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“I don’t know too many people who moved to Whistler to get rich,” says Harley. “Most of us moved here to live a lifestyle that was significantly different from what we left behind in Ontario or Quebec — or even downtown Vancouver. And we were prepared to make certain sacrifices to be here. That’s why I think most of us understand how important it is to honour — and protect — our quality of life at Whistler.” A pause. “For without it, we’re nothing…”
Harley is afraid that Whistler might be approaching its own tipping point. He’s still not sure which way it’s going to tip. But he has his doubts. “It’s not too late,” he says. “But we aren’t going to solve our problems by sticking our heads in the sand and ignoring the challenges facing us. More than ever, Whistler needs a strong, unified vision for the future.” And not just a well-worded document that gets ignored by the engineering department, he says, but a conceptual road map that everyone embraces; with precise goals and objectives that ties very clearly back to remembering and protecting what makes this place unique and special.
We need to figure out how we’re going to get past the Olympic development panic — and the inevitable downswing that will occur when the IOC leaves town, he says. “And how do we avoid being run over by the province which looks at Whistler as a cash cow that will only bring in more taxes if they can just make it bigger?” This despite the RMOW’s efforts to maintain a development cap. How can we recapture the missed opportunity of taking advantage of the train line that runs right to our door? This compared to simply expanding the highway in the hope that the increased capacity will somehow match the limits to growth here in Whistler. Intertwined with these challenges are some great opportunities too, adds Harley. “But without a clear vision, we won’t even see them.”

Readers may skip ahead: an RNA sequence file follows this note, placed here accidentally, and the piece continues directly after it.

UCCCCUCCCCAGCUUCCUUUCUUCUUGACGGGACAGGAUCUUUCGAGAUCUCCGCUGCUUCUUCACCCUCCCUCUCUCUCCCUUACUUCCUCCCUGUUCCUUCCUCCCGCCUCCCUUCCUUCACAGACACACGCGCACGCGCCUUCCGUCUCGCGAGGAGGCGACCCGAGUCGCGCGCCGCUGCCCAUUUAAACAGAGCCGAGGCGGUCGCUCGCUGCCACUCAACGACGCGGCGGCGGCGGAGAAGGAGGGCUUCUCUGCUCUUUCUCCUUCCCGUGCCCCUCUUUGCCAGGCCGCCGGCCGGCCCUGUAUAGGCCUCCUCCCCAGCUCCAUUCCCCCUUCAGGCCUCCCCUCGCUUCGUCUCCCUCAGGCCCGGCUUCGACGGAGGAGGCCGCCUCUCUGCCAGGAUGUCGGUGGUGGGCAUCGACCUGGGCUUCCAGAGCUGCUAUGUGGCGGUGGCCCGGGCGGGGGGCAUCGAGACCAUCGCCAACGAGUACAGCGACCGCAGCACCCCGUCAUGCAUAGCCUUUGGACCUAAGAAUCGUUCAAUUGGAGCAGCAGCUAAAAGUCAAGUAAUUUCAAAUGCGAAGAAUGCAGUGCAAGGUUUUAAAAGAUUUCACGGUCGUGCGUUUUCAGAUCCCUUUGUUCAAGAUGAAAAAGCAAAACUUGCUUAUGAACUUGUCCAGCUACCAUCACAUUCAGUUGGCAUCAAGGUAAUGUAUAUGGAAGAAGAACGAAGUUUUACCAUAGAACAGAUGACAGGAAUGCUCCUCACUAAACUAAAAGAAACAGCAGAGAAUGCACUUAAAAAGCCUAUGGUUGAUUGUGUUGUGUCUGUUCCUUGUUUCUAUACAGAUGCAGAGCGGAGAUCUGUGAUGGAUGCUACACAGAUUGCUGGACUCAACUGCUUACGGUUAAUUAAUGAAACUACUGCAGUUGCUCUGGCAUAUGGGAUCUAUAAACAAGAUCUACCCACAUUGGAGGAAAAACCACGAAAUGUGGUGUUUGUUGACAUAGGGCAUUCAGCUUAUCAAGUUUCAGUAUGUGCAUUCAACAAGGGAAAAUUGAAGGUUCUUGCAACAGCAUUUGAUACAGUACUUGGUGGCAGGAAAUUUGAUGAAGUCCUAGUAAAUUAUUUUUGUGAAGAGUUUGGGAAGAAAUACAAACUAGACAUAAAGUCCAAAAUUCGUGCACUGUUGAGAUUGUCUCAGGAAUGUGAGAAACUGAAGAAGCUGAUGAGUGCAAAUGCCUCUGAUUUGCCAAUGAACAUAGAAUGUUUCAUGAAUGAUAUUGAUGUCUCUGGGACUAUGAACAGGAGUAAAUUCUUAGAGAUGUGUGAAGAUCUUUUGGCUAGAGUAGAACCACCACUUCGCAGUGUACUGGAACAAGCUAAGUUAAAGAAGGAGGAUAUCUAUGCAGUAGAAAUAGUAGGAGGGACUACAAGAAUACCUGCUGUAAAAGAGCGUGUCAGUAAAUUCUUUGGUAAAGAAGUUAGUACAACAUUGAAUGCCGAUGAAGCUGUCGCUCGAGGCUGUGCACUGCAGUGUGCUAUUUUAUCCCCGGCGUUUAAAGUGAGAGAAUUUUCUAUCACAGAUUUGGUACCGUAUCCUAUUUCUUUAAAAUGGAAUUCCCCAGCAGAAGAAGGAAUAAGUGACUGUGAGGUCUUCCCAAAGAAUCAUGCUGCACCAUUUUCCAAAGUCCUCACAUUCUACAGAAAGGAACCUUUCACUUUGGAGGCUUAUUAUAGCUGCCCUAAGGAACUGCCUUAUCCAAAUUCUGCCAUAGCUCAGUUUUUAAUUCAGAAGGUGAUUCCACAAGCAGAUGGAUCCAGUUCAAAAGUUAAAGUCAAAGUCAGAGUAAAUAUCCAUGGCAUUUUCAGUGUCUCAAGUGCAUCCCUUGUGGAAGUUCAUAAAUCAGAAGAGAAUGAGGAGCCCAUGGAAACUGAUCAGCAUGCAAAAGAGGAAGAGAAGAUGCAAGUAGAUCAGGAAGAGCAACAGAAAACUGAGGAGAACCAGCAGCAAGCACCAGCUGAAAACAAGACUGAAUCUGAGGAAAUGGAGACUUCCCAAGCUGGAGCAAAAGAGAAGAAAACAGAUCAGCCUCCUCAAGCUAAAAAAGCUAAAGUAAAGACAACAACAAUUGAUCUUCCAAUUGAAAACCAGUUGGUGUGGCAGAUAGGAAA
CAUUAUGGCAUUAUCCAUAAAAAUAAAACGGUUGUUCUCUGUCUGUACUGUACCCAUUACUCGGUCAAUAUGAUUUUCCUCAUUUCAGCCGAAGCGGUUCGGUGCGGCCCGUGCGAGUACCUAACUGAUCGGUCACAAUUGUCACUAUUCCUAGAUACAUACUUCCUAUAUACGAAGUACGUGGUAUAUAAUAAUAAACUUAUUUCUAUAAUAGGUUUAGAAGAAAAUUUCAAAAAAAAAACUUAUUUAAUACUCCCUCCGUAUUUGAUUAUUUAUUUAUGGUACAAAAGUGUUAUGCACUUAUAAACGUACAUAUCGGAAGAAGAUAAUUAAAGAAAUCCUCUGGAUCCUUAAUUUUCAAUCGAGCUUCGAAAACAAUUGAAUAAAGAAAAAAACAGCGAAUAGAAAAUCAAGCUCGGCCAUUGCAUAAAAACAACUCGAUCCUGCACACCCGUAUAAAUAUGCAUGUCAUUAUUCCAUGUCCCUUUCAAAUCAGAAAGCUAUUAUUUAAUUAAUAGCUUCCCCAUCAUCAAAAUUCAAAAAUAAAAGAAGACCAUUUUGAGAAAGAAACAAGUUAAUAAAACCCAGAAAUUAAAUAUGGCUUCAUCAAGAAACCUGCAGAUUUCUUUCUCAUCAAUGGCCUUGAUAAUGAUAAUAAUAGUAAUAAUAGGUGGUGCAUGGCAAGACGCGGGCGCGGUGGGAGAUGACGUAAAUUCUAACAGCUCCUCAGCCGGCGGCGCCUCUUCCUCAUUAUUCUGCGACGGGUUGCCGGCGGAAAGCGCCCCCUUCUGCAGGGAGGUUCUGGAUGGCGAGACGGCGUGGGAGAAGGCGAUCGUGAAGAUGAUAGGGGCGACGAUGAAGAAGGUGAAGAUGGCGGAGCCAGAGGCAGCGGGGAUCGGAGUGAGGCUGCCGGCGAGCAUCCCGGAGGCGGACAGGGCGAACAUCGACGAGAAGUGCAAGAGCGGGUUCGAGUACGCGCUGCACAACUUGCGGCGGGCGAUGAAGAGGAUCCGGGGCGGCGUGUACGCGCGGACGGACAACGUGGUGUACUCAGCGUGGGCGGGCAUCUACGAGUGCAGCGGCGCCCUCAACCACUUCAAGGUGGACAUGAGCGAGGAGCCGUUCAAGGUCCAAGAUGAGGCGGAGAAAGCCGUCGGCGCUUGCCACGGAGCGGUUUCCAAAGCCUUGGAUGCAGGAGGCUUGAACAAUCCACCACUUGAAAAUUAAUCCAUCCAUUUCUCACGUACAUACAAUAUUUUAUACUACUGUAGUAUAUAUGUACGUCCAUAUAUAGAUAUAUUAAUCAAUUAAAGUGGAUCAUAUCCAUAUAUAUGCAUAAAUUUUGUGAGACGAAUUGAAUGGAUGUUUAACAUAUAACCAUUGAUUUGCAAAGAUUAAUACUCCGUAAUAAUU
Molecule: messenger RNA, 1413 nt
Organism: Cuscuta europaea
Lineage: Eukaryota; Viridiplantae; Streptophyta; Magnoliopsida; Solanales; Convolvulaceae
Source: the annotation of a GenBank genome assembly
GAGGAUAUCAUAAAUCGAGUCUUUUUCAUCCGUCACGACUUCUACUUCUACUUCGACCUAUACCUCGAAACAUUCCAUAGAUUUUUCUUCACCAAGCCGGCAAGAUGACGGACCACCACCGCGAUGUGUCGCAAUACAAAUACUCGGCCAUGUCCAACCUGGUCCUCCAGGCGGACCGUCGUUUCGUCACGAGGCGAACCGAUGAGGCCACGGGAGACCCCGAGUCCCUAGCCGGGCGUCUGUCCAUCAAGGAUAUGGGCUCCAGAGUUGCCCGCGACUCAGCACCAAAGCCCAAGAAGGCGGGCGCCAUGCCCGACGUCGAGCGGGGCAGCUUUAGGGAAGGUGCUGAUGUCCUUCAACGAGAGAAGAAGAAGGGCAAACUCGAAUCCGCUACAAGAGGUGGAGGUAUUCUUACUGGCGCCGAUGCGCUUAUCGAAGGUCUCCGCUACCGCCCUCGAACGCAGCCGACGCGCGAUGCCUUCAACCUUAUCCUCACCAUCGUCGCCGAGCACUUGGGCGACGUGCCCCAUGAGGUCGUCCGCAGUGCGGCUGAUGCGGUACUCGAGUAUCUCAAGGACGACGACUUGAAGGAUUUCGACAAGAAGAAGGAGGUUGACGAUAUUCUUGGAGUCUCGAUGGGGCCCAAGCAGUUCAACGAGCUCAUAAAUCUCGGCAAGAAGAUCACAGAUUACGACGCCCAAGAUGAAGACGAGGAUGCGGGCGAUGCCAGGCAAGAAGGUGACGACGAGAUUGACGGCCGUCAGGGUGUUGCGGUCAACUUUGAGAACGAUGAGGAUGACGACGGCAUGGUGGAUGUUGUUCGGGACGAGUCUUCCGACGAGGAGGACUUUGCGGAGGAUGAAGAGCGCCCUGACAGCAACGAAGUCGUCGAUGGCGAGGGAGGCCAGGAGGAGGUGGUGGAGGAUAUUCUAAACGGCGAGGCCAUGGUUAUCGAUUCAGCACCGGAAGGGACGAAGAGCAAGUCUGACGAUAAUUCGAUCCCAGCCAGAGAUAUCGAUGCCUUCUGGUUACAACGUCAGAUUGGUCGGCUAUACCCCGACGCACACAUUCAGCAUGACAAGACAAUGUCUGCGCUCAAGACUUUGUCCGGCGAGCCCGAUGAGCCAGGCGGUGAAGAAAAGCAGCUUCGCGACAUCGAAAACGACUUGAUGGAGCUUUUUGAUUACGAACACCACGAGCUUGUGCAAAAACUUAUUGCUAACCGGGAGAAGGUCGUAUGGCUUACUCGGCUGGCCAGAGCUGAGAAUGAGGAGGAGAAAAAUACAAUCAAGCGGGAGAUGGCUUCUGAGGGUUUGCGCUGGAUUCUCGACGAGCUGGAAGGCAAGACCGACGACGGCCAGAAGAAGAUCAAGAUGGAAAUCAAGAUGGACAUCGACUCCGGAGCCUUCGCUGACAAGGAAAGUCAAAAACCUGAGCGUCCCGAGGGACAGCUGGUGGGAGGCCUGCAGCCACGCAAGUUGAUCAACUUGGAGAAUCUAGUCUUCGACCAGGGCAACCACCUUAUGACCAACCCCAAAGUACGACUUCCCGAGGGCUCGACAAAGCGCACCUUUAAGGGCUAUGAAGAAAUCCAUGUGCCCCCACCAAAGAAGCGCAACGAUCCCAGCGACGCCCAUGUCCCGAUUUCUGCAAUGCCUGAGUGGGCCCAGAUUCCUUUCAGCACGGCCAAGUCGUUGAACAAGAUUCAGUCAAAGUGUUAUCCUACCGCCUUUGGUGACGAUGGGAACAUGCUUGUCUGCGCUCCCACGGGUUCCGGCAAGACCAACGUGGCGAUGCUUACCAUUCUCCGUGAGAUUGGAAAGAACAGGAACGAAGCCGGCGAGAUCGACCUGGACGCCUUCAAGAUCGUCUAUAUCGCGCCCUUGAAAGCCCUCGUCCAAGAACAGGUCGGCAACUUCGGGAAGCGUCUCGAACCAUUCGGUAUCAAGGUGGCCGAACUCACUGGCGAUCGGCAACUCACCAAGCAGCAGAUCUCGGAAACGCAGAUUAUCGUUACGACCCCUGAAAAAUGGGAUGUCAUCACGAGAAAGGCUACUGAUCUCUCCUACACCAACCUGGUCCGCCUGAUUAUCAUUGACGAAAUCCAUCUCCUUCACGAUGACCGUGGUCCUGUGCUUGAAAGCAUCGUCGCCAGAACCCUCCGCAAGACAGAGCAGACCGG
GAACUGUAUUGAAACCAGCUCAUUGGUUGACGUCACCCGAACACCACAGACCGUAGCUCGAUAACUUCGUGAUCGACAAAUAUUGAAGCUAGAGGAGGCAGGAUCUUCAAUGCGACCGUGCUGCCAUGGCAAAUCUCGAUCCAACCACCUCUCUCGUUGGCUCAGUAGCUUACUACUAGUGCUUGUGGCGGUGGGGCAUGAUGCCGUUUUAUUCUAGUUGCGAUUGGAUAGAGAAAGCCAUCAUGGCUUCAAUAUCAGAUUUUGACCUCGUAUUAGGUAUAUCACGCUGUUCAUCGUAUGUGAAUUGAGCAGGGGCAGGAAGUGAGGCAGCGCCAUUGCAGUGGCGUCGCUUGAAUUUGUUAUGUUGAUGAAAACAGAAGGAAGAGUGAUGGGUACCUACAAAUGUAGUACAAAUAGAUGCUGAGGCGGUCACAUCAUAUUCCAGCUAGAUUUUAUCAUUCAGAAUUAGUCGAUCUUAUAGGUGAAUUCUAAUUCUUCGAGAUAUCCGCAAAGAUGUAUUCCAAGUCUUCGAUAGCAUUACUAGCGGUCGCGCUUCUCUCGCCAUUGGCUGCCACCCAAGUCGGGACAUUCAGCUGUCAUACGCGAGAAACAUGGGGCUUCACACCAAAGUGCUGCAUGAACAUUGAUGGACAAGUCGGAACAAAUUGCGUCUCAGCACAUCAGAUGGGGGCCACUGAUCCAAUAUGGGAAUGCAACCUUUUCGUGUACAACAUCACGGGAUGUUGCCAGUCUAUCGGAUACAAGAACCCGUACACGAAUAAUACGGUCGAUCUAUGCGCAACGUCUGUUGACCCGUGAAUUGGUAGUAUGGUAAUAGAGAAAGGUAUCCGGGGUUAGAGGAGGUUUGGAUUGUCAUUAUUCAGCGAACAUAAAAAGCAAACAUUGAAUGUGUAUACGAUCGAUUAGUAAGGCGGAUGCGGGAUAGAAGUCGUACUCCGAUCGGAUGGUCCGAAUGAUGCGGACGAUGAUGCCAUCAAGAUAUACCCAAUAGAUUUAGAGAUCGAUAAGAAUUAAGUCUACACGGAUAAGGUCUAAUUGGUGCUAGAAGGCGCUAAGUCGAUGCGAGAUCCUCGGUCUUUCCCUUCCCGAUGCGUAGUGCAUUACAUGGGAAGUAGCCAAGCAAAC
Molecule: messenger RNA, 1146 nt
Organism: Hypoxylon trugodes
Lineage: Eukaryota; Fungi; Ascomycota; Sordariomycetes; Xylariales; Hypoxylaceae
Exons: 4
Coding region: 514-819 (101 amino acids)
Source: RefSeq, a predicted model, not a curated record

And lest you think that Whistler is too big to fail now, think again. Tourism is no different than any other industry. Poorly managed it too can fall flat on its face. “I worked in New England for a couple of years back in the late1980s,” he recalls. “And I was struck by these beautiful old resorts that were built at the turn of the last century — and were now mostly empty. Obviously there’d once been a market for these grand old places. But for whatever reason, they hadn’t evolved with the times…”